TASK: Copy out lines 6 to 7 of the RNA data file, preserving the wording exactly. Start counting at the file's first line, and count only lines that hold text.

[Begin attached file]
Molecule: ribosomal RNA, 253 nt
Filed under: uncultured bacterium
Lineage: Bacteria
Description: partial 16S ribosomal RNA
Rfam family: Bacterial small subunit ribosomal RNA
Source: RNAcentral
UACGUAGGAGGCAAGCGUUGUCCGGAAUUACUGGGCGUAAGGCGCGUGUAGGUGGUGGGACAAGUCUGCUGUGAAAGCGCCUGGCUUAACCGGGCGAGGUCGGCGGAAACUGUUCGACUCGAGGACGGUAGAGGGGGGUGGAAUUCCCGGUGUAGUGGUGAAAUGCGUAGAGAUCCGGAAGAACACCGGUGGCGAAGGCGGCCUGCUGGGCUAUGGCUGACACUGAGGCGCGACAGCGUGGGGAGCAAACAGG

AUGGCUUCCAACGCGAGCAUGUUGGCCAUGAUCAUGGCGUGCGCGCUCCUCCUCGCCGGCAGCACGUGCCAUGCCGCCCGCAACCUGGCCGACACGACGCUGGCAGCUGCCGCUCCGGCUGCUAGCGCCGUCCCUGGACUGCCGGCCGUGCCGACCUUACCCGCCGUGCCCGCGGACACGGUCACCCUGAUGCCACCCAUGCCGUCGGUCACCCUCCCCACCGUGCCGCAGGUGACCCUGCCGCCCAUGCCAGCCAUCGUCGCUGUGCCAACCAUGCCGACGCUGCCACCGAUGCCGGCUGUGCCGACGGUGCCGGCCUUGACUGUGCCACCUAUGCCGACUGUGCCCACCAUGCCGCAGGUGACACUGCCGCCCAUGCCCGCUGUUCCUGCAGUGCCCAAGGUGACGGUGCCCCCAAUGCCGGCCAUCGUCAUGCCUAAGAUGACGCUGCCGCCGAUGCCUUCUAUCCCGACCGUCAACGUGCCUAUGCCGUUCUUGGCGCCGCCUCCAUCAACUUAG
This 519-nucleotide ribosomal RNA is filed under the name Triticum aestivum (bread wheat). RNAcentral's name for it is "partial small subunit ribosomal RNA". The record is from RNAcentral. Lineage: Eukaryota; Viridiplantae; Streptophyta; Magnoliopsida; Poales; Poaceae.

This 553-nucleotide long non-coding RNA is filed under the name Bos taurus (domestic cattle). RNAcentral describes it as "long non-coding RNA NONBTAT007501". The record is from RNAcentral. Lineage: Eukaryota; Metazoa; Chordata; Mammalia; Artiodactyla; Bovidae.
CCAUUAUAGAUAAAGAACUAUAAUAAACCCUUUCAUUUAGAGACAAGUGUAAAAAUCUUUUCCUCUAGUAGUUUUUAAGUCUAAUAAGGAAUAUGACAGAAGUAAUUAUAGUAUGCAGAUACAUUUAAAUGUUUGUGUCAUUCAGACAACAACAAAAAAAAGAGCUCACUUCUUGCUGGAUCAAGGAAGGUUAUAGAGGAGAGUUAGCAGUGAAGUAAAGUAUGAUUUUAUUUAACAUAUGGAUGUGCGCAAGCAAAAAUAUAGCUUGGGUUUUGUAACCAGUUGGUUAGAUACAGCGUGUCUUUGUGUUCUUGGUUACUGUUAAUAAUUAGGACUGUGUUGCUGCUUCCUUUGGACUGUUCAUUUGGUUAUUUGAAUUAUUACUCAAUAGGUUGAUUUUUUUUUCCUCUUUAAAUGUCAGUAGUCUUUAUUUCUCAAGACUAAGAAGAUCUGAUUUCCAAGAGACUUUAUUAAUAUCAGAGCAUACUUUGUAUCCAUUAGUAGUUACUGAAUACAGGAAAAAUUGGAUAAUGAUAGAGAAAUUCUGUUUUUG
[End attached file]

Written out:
Source: RNAcentral
UACGUAGGAGGCAAGCGUUGUCCGGAAUUACUGGGCGUAAGGCGCGUGUAGGUGGUGGGACAAGUCUGCUGUGAAAGCGCCUGGCUUAACCGGGCGAGGUCGGCGGAAACUGUUCGACUCGAGGACGGUAGAGGGGGGUGGAAUUCCCGGUGUAGUGGUGAAAUGCGUAGAGAUCCGGAAGAACACCGGUGGCGAAGGCGGCCUGCUGGGCUAUGGCUGACACUGAGGCGCGACAGCGUGGGGAGCAAACAGG